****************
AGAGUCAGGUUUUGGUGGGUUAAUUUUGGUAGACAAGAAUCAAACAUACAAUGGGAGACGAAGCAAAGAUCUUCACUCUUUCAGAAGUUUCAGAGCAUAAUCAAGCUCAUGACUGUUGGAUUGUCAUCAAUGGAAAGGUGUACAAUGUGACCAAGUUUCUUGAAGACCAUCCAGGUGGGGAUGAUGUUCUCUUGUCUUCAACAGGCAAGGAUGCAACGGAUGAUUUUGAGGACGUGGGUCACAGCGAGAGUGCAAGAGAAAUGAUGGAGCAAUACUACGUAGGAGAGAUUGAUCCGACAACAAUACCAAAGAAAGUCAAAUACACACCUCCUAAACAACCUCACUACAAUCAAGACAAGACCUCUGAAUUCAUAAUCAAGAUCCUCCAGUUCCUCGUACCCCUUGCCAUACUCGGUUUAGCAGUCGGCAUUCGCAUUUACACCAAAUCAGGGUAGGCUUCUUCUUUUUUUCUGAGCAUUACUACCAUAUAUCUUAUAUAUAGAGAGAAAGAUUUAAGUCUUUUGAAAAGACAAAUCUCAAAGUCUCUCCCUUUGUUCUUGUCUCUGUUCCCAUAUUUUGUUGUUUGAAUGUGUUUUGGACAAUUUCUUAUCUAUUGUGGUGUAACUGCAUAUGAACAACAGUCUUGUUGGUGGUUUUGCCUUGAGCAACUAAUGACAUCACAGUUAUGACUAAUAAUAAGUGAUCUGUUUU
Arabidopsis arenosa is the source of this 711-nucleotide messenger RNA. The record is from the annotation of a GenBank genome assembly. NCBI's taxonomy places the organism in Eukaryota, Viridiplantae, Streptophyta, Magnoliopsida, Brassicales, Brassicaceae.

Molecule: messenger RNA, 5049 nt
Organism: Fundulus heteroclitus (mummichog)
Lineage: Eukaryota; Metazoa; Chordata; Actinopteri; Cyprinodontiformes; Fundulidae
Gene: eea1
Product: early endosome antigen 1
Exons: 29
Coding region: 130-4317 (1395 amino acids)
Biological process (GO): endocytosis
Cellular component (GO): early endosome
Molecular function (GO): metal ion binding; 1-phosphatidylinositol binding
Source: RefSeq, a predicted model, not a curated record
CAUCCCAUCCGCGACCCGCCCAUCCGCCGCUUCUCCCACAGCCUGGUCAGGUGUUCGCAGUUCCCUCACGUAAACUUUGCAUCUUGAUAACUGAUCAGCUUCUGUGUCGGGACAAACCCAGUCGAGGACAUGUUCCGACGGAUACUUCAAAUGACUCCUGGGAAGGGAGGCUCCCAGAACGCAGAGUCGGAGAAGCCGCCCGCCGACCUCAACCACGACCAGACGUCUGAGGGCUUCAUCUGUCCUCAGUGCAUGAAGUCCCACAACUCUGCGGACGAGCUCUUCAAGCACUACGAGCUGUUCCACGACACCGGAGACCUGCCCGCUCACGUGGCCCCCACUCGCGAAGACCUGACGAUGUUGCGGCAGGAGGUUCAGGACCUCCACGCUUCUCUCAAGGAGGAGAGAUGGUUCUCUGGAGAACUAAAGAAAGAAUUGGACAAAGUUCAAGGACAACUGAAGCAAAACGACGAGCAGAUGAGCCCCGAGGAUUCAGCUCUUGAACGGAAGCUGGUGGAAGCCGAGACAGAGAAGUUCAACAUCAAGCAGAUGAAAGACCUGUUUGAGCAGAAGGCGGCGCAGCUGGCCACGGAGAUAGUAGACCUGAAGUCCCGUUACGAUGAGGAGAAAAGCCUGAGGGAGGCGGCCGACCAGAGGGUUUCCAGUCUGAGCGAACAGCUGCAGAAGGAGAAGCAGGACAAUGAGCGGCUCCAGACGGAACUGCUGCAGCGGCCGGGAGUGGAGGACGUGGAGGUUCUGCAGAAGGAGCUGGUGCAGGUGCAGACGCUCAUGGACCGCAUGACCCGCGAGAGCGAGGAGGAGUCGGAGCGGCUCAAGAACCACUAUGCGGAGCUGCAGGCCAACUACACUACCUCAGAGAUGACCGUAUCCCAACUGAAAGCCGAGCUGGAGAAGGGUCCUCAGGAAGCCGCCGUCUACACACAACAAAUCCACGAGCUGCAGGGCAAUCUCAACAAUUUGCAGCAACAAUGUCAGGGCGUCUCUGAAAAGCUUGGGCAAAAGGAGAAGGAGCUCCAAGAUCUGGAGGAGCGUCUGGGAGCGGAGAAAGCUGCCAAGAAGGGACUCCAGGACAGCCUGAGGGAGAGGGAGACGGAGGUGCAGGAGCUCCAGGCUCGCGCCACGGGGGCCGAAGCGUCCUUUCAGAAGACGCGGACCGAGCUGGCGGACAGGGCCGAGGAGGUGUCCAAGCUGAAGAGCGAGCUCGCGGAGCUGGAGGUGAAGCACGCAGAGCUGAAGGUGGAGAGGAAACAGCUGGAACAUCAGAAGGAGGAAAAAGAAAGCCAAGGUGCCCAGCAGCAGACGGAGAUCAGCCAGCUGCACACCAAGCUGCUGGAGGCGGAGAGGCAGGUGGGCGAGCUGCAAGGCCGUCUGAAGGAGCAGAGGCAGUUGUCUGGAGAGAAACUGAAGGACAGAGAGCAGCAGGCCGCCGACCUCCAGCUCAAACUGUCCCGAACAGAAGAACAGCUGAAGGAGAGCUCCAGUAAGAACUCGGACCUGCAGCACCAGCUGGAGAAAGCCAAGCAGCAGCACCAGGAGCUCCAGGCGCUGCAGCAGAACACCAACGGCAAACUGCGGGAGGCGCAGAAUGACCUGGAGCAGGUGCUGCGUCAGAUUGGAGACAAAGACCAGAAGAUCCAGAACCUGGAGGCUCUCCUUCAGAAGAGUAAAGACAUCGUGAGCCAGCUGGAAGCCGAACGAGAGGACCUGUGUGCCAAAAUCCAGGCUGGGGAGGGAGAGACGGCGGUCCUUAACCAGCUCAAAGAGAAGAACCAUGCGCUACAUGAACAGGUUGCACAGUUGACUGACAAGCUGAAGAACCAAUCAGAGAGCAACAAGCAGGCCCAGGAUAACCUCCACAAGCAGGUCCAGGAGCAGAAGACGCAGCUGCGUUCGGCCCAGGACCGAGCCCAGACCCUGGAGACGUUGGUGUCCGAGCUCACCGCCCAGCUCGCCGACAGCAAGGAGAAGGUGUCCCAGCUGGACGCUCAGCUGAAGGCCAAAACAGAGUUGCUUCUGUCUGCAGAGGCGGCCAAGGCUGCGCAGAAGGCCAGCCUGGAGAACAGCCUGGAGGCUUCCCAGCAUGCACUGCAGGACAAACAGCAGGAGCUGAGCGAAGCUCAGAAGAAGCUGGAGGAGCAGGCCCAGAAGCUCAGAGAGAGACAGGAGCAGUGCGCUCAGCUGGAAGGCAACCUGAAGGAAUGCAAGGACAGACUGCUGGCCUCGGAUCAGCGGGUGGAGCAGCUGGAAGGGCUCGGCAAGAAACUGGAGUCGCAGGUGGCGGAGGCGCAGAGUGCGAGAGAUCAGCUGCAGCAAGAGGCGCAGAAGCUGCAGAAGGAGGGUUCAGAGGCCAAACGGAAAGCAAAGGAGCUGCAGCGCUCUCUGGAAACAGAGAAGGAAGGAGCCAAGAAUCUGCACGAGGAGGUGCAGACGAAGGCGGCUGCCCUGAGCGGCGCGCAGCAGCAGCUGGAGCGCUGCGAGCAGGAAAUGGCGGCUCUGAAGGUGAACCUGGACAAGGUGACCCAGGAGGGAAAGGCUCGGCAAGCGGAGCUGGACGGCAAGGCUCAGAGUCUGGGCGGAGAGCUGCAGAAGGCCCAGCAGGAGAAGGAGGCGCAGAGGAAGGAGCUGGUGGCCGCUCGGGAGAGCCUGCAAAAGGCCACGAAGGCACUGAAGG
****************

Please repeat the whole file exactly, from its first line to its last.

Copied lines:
AGAGUCAGGUUUUGGUGGGUUAAUUUUGGUAGACAAGAAUCAAACAUACAAUGGGAGACGAAGCAAAGAUCUUCACUCUUUCAGAAGUUUCAGAGCAUAAUCAAGCUCAUGACUGUUGGAUUGUCAUCAAUGGAAAGGUGUACAAUGUGACCAAGUUUCUUGAAGACCAUCCAGGUGGGGAUGAUGUUCUCUUGUCUUCAACAGGCAAGGAUGCAACGGAUGAUUUUGAGGACGUGGGUCACAGCGAGAGUGCAAGAGAAAUGAUGGAGCAAUACUACGUAGGAGAGAUUGAUCCGACAACAAUACCAAAGAAAGUCAAAUACACACCUCCUAAACAACCUCACUACAAUCAAGACAAGACCUCUGAAUUCAUAAUCAAGAUCCUCCAGUUCCUCGUACCCCUUGCCAUACUCGGUUUAGCAGUCGGCAUUCGCAUUUACACCAAAUCAGGGUAGGCUUCUUCUUUUUUUCUGAGCAUUACUACCAUAUAUCUUAUAUAUAGAGAGAAAGAUUUAAGUCUUUUGAAAAGACAAAUCUCAAAGUCUCUCCCUUUGUUCUUGUCUCUGUUCCCAUAUUUUGUUGUUUGAAUGUGUUUUGGACAAUUUCUUAUCUAUUGUGGUGUAACUGCAUAUGAACAACAGUCUUGUUGGUGGUUUUGCCUUGAGCAACUAAUGACAUCACAGUUAUGACUAAUAAUAAGUGAUCUGUUUU
Arabidopsis arenosa is the source of this 711-nucleotide messenger RNA. The record is from the annotation of a GenBank genome assembly. NCBI's taxonomy places the organism in Eukaryota, Viridiplantae, Streptophyta, Magnoliopsida, Brassicales, Brassicaceae.

Molecule: messenger RNA, 5049 nt
Organism: Fundulus heteroclitus (mummichog)
Lineage: Eukaryota; Metazoa; Chordata; Actinopteri; Cyprinodontiformes; Fundulidae
Gene: eea1
Product: early endosome antigen 1
Exons: 29
Coding region: 130-4317 (1395 amino acids)
Biological process (GO): endocytosis
Cellular component (GO): early endosome
Molecular function (GO): metal ion binding; 1-phosphatidylinositol binding
Source: RefSeq, a predicted model, not a curated record
CAUCCCAUCCGCGACCCGCCCAUCCGCCGCUUCUCCCACAGCCUGGUCAGGUGUUCGCAGUUCCCUCACGUAAACUUUGCAUCUUGAUAACUGAUCAGCUUCUGUGUCGGGACAAACCCAGUCGAGGACAUGUUCCGACGGAUACUUCAAAUGACUCCUGGGAAGGGAGGCUCCCAGAACGCAGAGUCGGAGAAGCCGCCCGCCGACCUCAACCACGACCAGACGUCUGAGGGCUUCAUCUGUCCUCAGUGCAUGAAGUCCCACAACUCUGCGGACGAGCUCUUCAAGCACUACGAGCUGUUCCACGACACCGGAGACCUGCCCGCUCACGUGGCCCCCACUCGCGAAGACCUGACGAUGUUGCGGCAGGAGGUUCAGGACCUCCACGCUUCUCUCAAGGAGGAGAGAUGGUUCUCUGGAGAACUAAAGAAAGAAUUGGACAAAGUUCAAGGACAACUGAAGCAAAACGACGAGCAGAUGAGCCCCGAGGAUUCAGCUCUUGAACGGAAGCUGGUGGAAGCCGAGACAGAGAAGUUCAACAUCAAGCAGAUGAAAGACCUGUUUGAGCAGAAGGCGGCGCAGCUGGCCACGGAGAUAGUAGACCUGAAGUCCCGUUACGAUGAGGAGAAAAGCCUGAGGGAGGCGGCCGACCAGAGGGUUUCCAGUCUGAGCGAACAGCUGCAGAAGGAGAAGCAGGACAAUGAGCGGCUCCAGACGGAACUGCUGCAGCGGCCGGGAGUGGAGGACGUGGAGGUUCUGCAGAAGGAGCUGGUGCAGGUGCAGACGCUCAUGGACCGCAUGACCCGCGAGAGCGAGGAGGAGUCGGAGCGGCUCAAGAACCACUAUGCGGAGCUGCAGGCCAACUACACUACCUCAGAGAUGACCGUAUCCCAACUGAAAGCCGAGCUGGAGAAGGGUCCUCAGGAAGCCGCCGUCUACACACAACAAAUCCACGAGCUGCAGGGCAAUCUCAACAAUUUGCAGCAACAAUGUCAGGGCGUCUCUGAAAAGCUUGGGCAAAAGGAGAAGGAGCUCCAAGAUCUGGAGGAGCGUCUGGGAGCGGAGAAAGCUGCCAAGAAGGGACUCCAGGACAGCCUGAGGGAGAGGGAGACGGAGGUGCAGGAGCUCCAGGCUCGCGCCACGGGGGCCGAAGCGUCCUUUCAGAAGACGCGGACCGAGCUGGCGGACAGGGCCGAGGAGGUGUCCAAGCUGAAGAGCGAGCUCGCGGAGCUGGAGGUGAAGCACGCAGAGCUGAAGGUGGAGAGGAAACAGCUGGAACAUCAGAAGGAGGAAAAAGAAAGCCAAGGUGCCCAGCAGCAGACGGAGAUCAGCCAGCUGCACACCAAGCUGCUGGAGGCGGAGAGGCAGGUGGGCGAGCUGCAAGGCCGUCUGAAGGAGCAGAGGCAGUUGUCUGGAGAGAAACUGAAGGACAGAGAGCAGCAGGCCGCCGACCUCCAGCUCAAACUGUCCCGAACAGAAGAACAGCUGAAGGAGAGCUCCAGUAAGAACUCGGACCUGCAGCACCAGCUGGAGAAAGCCAAGCAGCAGCACCAGGAGCUCCAGGCGCUGCAGCAGAACACCAACGGCAAACUGCGGGAGGCGCAGAAUGACCUGGAGCAGGUGCUGCGUCAGAUUGGAGACAAAGACCAGAAGAUCCAGAACCUGGAGGCUCUCCUUCAGAAGAGUAAAGACAUCGUGAGCCAGCUGGAAGCCGAACGAGAGGACCUGUGUGCCAAAAUCCAGGCUGGGGAGGGAGAGACGGCGGUCCUUAACCAGCUCAAAGAGAAGAACCAUGCGCUACAUGAACAGGUUGCACAGUUGACUGACAAGCUGAAGAACCAAUCAGAGAGCAACAAGCAGGCCCAGGAUAACCUCCACAAGCAGGUCCAGGAGCAGAAGACGCAGCUGCGUUCGGCCCAGGACCGAGCCCAGACCCUGGAGACGUUGGUGUCCGAGCUCACCGCCCAGCUCGCCGACAGCAAGGAGAAGGUGUCCCAGCUGGACGCUCAGCUGAAGGCCAAAACAGAGUUGCUUCUGUCUGCAGAGGCGGCCAAGGCUGCGCAGAAGGCCAGCCUGGAGAACAGCCUGGAGGCUUCCCAGCAUGCACUGCAGGACAAACAGCAGGAGCUGAGCGAAGCUCAGAAGAAGCUGGAGGAGCAGGCCCAGAAGCUCAGAGAGAGACAGGAGCAGUGCGCUCAGCUGGAAGGCAACCUGAAGGAAUGCAAGGACAGACUGCUGGCCUCGGAUCAGCGGGUGGAGCAGCUGGAAGGGCUCGGCAAGAAACUGGAGUCGCAGGUGGCGGAGGCGCAGAGUGCGAGAGAUCAGCUGCAGCAAGAGGCGCAGAAGCUGCAGAAGGAGGGUUCAGAGGCCAAACGGAAAGCAAAGGAGCUGCAGCGCUCUCUGGAAACAGAGAAGGAAGGAGCCAAGAAUCUGCACGAGGAGGUGCAGACGAAGGCGGCUGCCCUGAGCGGCGCGCAGCAGCAGCUGGAGCGCUGCGAGCAGGAAAUGGCGGCUCUGAAGGUGAACCUGGACAAGGUGACCCAGGAGGGAAAGGCUCGGCAAGCGGAGCUGGACGGCAAGGCUCAGAGUCUGGGCGGAGAGCUGCAGAAGGCCCAGCAGGAGAAGGAGGCGCAGAGGAAGGAGCUGGUGGCCGCUCGGGAGAGCCUGCAAAAGGCCACGAAGGCACUGAAGG